That on the banks of this delightful stream
We stood together; and that I, so long
A worshipper of nature, hither came,
Unwearied in that service : rather say
With warmer love, oh! with far deeper zeal
Of holier love. Nor wilt thou then forget,
That after many wanderings, many years,
Of absence, these steep woods and lofty cliffs,
And this green pastoral landscape, were to me
More dear, both for themselves and for thy sake.*

* In our admiration of the external forms of nature, the mind is redeemed from a sense of the transitory, which so often mixes perturbation with pleasure; and there is perhaps no feeling of the human heart which, being so intense, is at the same time so composed. It is for this reason, amongst others, that it is peculiarly favourable to the contemplations of a poetical philosopher, and eminently so to one like Mr Wordsworth, in whose scheme of thought there is no feature more prominent than the doctrine, that the intellect should be nourished by the feelings, and that the state of mind which bestows a gift of genuine insight, is one of profound emotion as well as profound composure; or, as Coleridge has somewhere expressed himself

Deep self-possession, an intense repose. The power which lies in the beauty of nature to induce this union of the tranquil and the vivid is described, and to every disciple of Wordsworth has been, as much as is possible, imparted by the celebrated 'Lines written in 1798, a few miles above Tintern Abbey,' in which the poet, having attributed to his intermediate recollections of the landscape then revisited a benign influence over many acts of daily life, describes the particulars in which he is indebted to them. * * The impassioned love of nature is interfused through the whole of Mr Wordsworth's system of thought, filling up all interstices, penetrating all recesses, colouring all media, supporting, associating, and giving coherency and mutual relevancy to it in all its parts. Though man is his subject, yet is man never presented to us divested of his relations with external nature. Man is the text, but there is always a running commentary of natural phenomena.- Quarterly Review for 1834. In illustration of this remark, every episode in the 'Excursion' might be cited (particularly the affecting and beautiful tale of Margaret in the first book); and the poems of "The Cumberland Beggar,'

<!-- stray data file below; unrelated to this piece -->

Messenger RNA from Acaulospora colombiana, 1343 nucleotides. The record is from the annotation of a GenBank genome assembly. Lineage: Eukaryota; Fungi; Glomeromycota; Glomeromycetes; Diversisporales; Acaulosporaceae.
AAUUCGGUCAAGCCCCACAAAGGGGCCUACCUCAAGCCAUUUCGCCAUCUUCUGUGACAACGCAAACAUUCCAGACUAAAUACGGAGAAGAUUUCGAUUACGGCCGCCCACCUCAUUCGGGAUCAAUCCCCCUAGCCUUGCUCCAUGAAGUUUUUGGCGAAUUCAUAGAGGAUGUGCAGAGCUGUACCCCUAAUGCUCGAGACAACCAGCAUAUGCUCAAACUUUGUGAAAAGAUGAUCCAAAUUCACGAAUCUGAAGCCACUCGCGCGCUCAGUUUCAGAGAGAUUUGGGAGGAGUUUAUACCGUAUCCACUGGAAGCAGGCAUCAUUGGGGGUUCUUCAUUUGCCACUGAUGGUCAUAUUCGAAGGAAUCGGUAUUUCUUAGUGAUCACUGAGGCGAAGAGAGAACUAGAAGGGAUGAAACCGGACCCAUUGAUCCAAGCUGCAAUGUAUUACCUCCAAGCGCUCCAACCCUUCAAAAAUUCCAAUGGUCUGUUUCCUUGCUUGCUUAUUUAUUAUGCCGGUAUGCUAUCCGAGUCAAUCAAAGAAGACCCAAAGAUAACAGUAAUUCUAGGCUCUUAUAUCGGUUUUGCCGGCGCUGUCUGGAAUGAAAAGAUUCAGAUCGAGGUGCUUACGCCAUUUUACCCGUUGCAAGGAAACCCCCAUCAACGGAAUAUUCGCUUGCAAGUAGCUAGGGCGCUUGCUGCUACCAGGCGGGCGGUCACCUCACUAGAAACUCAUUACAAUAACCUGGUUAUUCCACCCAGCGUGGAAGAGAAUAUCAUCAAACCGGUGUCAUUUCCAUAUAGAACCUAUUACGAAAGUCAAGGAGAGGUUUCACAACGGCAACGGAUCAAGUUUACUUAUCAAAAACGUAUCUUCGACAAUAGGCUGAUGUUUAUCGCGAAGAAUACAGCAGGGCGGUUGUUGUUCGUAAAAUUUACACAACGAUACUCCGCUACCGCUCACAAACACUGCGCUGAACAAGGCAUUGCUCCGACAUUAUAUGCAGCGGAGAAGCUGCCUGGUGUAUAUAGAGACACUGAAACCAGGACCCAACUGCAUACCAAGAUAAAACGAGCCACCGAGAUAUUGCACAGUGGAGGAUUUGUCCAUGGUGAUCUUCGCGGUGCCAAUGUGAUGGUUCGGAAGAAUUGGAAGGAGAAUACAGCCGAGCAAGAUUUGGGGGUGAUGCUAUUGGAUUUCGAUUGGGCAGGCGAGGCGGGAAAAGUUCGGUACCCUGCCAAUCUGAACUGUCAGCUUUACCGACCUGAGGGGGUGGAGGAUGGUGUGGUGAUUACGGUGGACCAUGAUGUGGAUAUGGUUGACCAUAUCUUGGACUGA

Michael,' and 'The Fountain' (the last unquestionably one of the finest of the ballads), are also striking instances.

Picture of Christmas Eve. [Addressed to the Rev. Dr Wordsworth, with Sonnets to the

River Duddon, &c.]
The minstrels played their Christmas tune
To-night beneath my cottage eaves :
While, smitten by a lofty moon,
The encircling laurels, thick with leaves,
Gave back a rich and dazzling sheen,
That overpowered their natural green.
Through hill and valley every breeze
Had sunk to rest with folded wings;
Keen was the air, but could not freeze,
Nor check the music of the strings;
So stout and hardy were the band
That scraped the chords with strenuous hand.
And who but listened ! till was paid
Respect to every inmate's claim;
The greeting given, the music played
In honour of each household name,
Duly pronounced with lusty call,
And.merry Christmas' wished to all!
O brother! I revere the choice
That took thee from thy native hills;
And it is given thee to rejoice:
Though public care full often tills
(Heaven only witness of the toil)
A barren and ungrateful soil.
Yet, would that thou, with me and mine,
Hadst heard this never-failing rite;
And seen on other faces shine
A true revival of the light;
Which nature, and these rustic powers,
In simple childhood spread through ours !
For pleasure hath not ceased to wait
On these expected annual rounds,
Whether the rich man's sumptuous gate
Call forth the unelaborate sounds,
Or they are offered at the door
That guards the lowliest of the poor.
How touching, when at midnight sweep
Snow-muffled winds, and all is dark,
To hear—and sink again to sleep!
Or, at an earlier call, to mark,